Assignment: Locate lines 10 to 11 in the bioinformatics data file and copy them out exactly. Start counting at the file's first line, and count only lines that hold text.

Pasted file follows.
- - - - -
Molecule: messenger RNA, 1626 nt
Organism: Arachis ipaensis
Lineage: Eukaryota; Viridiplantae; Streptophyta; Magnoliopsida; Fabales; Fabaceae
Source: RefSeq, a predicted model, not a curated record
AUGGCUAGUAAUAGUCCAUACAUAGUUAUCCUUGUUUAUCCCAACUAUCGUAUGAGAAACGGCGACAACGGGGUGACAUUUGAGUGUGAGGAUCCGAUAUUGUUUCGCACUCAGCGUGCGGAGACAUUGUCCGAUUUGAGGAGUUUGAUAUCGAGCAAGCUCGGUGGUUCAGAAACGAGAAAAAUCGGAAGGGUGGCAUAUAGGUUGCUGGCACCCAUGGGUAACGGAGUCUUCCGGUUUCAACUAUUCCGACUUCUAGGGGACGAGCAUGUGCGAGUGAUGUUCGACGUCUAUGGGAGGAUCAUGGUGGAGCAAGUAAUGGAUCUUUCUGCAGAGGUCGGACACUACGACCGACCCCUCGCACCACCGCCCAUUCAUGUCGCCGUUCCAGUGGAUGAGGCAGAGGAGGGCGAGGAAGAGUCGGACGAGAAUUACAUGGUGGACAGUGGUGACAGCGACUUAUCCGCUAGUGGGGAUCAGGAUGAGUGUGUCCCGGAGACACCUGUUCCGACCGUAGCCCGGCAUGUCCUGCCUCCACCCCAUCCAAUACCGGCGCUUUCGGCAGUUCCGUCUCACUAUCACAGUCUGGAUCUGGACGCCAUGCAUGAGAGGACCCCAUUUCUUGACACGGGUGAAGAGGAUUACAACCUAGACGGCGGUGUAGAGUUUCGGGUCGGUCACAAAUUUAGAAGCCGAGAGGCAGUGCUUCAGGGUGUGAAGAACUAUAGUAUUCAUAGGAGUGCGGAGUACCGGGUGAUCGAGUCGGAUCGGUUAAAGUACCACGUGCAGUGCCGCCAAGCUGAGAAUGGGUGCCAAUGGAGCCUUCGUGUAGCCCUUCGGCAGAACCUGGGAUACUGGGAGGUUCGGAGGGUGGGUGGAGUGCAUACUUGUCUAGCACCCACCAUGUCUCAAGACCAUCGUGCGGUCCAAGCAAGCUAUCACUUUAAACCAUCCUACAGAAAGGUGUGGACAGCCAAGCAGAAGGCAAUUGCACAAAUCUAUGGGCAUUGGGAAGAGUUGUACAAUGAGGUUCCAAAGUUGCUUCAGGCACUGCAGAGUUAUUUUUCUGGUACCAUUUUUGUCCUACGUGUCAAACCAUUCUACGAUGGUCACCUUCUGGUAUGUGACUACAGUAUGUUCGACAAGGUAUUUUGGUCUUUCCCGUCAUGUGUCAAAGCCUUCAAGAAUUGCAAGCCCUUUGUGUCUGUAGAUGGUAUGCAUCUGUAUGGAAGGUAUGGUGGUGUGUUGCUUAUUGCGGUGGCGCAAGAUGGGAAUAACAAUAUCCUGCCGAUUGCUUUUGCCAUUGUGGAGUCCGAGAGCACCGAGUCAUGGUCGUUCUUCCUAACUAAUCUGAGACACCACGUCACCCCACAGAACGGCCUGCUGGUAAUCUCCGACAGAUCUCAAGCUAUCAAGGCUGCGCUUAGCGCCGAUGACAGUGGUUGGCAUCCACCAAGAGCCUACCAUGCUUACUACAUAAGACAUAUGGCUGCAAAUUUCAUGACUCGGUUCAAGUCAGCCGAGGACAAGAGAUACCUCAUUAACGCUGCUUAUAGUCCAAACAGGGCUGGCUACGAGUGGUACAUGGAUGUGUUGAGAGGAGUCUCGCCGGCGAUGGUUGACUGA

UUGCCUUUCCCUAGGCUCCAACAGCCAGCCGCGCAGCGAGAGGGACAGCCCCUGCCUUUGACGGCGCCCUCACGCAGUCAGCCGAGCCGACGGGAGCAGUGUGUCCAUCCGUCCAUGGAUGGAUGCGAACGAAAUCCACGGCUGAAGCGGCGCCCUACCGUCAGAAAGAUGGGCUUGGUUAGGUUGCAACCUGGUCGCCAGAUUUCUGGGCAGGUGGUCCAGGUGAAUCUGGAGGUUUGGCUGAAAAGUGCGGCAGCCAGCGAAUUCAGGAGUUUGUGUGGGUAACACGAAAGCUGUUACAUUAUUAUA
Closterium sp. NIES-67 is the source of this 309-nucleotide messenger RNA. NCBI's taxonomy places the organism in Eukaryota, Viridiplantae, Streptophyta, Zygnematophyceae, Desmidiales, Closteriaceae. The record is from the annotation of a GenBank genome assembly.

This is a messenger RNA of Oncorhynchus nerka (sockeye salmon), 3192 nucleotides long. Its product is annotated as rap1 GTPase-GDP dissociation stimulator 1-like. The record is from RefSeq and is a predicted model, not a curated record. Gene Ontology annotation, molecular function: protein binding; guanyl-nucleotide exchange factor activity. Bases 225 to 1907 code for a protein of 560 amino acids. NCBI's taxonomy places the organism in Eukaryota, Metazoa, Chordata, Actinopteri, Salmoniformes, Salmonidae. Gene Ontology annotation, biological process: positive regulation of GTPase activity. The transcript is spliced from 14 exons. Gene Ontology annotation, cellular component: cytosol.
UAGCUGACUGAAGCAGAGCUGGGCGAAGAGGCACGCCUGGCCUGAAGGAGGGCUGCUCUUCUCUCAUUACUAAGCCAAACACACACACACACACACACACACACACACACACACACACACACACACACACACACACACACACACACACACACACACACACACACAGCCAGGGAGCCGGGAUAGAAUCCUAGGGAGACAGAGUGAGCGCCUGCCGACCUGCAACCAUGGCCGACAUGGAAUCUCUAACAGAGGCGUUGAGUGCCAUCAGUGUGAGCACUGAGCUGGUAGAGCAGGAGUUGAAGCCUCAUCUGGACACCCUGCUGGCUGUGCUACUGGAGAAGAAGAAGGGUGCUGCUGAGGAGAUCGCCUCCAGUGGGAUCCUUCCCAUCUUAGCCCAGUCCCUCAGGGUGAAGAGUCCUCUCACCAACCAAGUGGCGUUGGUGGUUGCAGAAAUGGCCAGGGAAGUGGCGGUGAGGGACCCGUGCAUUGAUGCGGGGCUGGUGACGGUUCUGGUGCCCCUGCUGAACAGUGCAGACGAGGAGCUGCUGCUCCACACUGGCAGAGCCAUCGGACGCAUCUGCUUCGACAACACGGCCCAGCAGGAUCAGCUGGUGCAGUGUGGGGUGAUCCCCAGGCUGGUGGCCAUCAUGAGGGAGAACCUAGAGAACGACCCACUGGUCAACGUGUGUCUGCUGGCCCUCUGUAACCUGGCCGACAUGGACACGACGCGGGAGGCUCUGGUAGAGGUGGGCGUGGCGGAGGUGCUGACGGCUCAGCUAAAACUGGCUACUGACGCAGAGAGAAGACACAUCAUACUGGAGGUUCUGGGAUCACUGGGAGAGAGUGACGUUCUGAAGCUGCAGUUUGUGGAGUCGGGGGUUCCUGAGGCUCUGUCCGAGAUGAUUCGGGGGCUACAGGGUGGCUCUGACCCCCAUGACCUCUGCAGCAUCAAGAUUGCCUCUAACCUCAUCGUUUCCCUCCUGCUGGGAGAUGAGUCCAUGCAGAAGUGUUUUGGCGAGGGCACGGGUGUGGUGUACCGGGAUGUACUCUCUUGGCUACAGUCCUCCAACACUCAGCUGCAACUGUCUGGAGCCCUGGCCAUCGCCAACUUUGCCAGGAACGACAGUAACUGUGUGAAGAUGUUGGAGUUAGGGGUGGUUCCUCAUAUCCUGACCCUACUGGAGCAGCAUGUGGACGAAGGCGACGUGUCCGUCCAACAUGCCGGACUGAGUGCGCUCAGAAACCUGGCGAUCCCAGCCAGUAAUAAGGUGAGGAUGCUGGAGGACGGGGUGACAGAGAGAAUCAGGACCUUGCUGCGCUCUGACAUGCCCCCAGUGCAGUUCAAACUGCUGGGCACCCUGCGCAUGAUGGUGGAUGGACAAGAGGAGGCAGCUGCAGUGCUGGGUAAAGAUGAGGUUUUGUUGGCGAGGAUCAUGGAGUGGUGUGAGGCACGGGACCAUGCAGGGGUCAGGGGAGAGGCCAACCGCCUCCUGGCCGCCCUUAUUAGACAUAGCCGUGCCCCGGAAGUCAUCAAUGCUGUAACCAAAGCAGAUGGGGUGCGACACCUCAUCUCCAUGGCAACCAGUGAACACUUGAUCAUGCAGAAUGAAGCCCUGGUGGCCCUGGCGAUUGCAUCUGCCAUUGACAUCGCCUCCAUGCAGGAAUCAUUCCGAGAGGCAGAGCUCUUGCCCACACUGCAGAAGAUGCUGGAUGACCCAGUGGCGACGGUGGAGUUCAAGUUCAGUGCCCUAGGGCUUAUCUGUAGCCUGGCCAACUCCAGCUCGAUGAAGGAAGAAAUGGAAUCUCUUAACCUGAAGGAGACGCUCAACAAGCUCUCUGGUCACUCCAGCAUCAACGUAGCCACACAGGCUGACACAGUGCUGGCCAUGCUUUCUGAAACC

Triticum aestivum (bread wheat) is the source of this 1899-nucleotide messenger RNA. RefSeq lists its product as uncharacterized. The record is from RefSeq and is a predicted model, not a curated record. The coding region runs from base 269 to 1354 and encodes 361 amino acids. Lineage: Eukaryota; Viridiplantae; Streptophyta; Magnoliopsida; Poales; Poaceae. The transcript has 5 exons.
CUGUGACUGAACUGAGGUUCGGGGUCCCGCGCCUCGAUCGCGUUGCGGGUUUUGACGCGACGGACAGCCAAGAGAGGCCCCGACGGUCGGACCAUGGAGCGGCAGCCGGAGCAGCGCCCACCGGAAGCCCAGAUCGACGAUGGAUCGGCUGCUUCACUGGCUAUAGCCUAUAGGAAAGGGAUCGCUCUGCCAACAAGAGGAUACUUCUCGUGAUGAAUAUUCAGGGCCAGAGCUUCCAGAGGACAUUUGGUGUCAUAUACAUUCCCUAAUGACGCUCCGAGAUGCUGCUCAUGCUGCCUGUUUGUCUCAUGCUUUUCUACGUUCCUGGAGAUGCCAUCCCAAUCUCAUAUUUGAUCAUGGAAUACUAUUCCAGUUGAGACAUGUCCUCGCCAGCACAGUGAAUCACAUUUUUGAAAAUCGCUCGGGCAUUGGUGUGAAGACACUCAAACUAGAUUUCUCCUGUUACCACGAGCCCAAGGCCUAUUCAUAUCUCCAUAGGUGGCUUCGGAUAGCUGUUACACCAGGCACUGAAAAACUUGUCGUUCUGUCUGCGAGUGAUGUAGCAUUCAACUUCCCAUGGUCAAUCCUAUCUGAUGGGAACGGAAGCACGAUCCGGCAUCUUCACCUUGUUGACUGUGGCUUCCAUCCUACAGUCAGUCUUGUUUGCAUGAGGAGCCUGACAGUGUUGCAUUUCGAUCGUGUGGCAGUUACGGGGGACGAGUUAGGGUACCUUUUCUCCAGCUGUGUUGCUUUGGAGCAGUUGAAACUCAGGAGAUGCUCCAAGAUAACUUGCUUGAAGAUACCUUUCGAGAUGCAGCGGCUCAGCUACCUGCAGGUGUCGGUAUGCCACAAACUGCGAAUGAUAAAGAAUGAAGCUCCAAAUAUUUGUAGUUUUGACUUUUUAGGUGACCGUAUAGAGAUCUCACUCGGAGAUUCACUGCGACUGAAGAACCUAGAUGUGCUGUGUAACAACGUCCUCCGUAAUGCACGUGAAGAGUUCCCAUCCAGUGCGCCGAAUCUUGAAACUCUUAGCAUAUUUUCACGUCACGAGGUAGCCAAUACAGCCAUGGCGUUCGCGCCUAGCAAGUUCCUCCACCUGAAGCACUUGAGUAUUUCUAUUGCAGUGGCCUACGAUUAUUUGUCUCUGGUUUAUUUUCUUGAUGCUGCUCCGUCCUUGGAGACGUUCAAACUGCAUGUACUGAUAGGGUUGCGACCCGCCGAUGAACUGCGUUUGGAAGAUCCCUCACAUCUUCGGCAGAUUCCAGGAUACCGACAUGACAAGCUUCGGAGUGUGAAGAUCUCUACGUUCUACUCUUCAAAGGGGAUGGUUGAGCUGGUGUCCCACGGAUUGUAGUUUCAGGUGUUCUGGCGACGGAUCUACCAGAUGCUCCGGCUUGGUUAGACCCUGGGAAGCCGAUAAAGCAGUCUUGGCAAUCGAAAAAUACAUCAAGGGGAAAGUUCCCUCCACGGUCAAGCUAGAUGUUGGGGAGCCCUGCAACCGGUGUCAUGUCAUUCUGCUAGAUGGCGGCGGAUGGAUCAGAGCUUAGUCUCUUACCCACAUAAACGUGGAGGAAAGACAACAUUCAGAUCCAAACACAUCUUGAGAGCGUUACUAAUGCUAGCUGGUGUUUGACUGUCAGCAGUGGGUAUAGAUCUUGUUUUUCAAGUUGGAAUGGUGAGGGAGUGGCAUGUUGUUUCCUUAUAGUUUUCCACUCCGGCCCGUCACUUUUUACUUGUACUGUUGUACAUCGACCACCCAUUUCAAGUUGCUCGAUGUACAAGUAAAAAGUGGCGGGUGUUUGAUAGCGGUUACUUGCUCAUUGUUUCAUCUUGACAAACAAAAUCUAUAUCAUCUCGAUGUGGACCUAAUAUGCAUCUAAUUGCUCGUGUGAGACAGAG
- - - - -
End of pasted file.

Triticum aestivum (bread wheat) is the source of this 1899-nucleotide messenger RNA. RefSeq lists its product as uncharacterized. The record is from RefSeq and is a predicted model, not a curated record. The coding region runs from base 269 to 1354 and encodes 361 amino acids. Lineage: Eukaryota; Viridiplantae; Streptophyta; Magnoliopsida; Poales; Poaceae. The transcript has 5 exons.
CUGUGACUGAACUGAGGUUCGGGGUCCCGCGCCUCGAUCGCGUUGCGGGUUUUGACGCGACGGACAGCCAAGAGAGGCCCCGACGGUCGGACCAUGGAGCGGCAGCCGGAGCAGCGCCCACCGGAAGCCCAGAUCGACGAUGGAUCGGCUGCUUCACUGGCUAUAGCCUAUAGGAAAGGGAUCGCUCUGCCAACAAGAGGAUACUUCUCGUGAUGAAUAUUCAGGGCCAGAGCUUCCAGAGGACAUUUGGUGUCAUAUACAUUCCCUAAUGACGCUCCGAGAUGCUGCUCAUGCUGCCUGUUUGUCUCAUGCUUUUCUACGUUCCUGGAGAUGCCAUCCCAAUCUCAUAUUUGAUCAUGGAAUACUAUUCCAGUUGAGACAUGUCCUCGCCAGCACAGUGAAUCACAUUUUUGAAAAUCGCUCGGGCAUUGGUGUGAAGACACUCAAACUAGAUUUCUCCUGUUACCACGAGCCCAAGGCCUAUUCAUAUCUCCAUAGGUGGCUUCGGAUAGCUGUUACACCAGGCACUGAAAAACUUGUCGUUCUGUCUGCGAGUGAUGUAGCAUUCAACUUCCCAUGGUCAAUCCUAUCUGAUGGGAACGGAAGCACGAUCCGGCAUCUUCACCUUGUUGACUGUGGCUUCCAUCCUACAGUCAGUCUUGUUUGCAUGAGGAGCCUGACAGUGUUGCAUUUCGAUCGUGUGGCAGUUACGGGGGACGAGUUAGGGUACCUUUUCUCCAGCUGUGUUGCUUUGGAGCAGUUGAAACUCAGGAGAUGCUCCAAGAUAACUUGCUUGAAGAUACCUUUCGAGAUGCAGCGGCUCAGCUACCUGCAGGUGUCGGUAUGCCACAAACUGCGAAUGAUAAAGAAUGAAGCUCCAAAUAUUUGUAGUUUUGACUUUUUAGGUGACCGUAUAGAGAUCUCACUCGGAGAUUCACUGCGACUGAAGAACCUAGAUGUGCUGUGUAACAACGUCCUCCGUAAUGCACGUGAAGAGUUCCCAUCCAGUGCGCCGAAUCUUGAAACUCUUAGCAUAUUUUCACGUCACGAGGUAGCCAAUACAGCCAUGGCGUUCGCGCCUAGCAAGUUCCUCCACCUGAAGCACUUGAGUAUUUCUAUUGCAGUGGCCUACGAUUAUUUGUCUCUGGUUUAUUUUCUUGAUGCUGCUCCGUCCUUGGAGACGUUCAAACUGCAUGUACUGAUAGGGUUGCGACCCGCCGAUGAACUGCGUUUGGAAGAUCCCUCACAUCUUCGGCAGAUUCCAGGAUACCGACAUGACAAGCUUCGGAGUGUGAAGAUCUCUACGUUCUACUCUUCAAAGGGGAUGGUUGAGCUGGUGUCCCACGGAUUGUAGUUUCAGGUGUUCUGGCGACGGAUCUACCAGAUGCUCCGGCUUGGUUAGACCCUGGGAAGCCGAUAAAGCAGUCUUGGCAAUCGAAAAAUACAUCAAGGGGAAAGUUCCCUCCACGGUCAAGCUAGAUGUUGGGGAGCCCUGCAACCGGUGUCAUGUCAUUCUGCUAGAUGGCGGCGGAUGGAUCAGAGCUUAGUCUCUUACCCACAUAAACGUGGAGGAAAGACAACAUUCAGAUCCAAACACAUCUUGAGAGCGUUACUAAUGCUAGCUGGUGUUUGACUGUCAGCAGUGGGUAUAGAUCUUGUUUUUCAAGUUGGAAUGGUGAGGGAGUGGCAUGUUGUUUCCUUAUAGUUUUCCACUCCGGCCCGUCACUUUUUACUUGUACUGUUGUACAUCGACCACCCAUUUCAAGUUGCUCGAUGUACAAGUAAAAAGUGGCGGGUGUUUGAUAGCGGUUACUUGCUCAUUGUUUCAUCUUGACAAACAAAAUCUAUAUCAUCUCGAUGUGGACCUAAUAUGCAUCUAAUUGCUCGUGUGAGACAGAG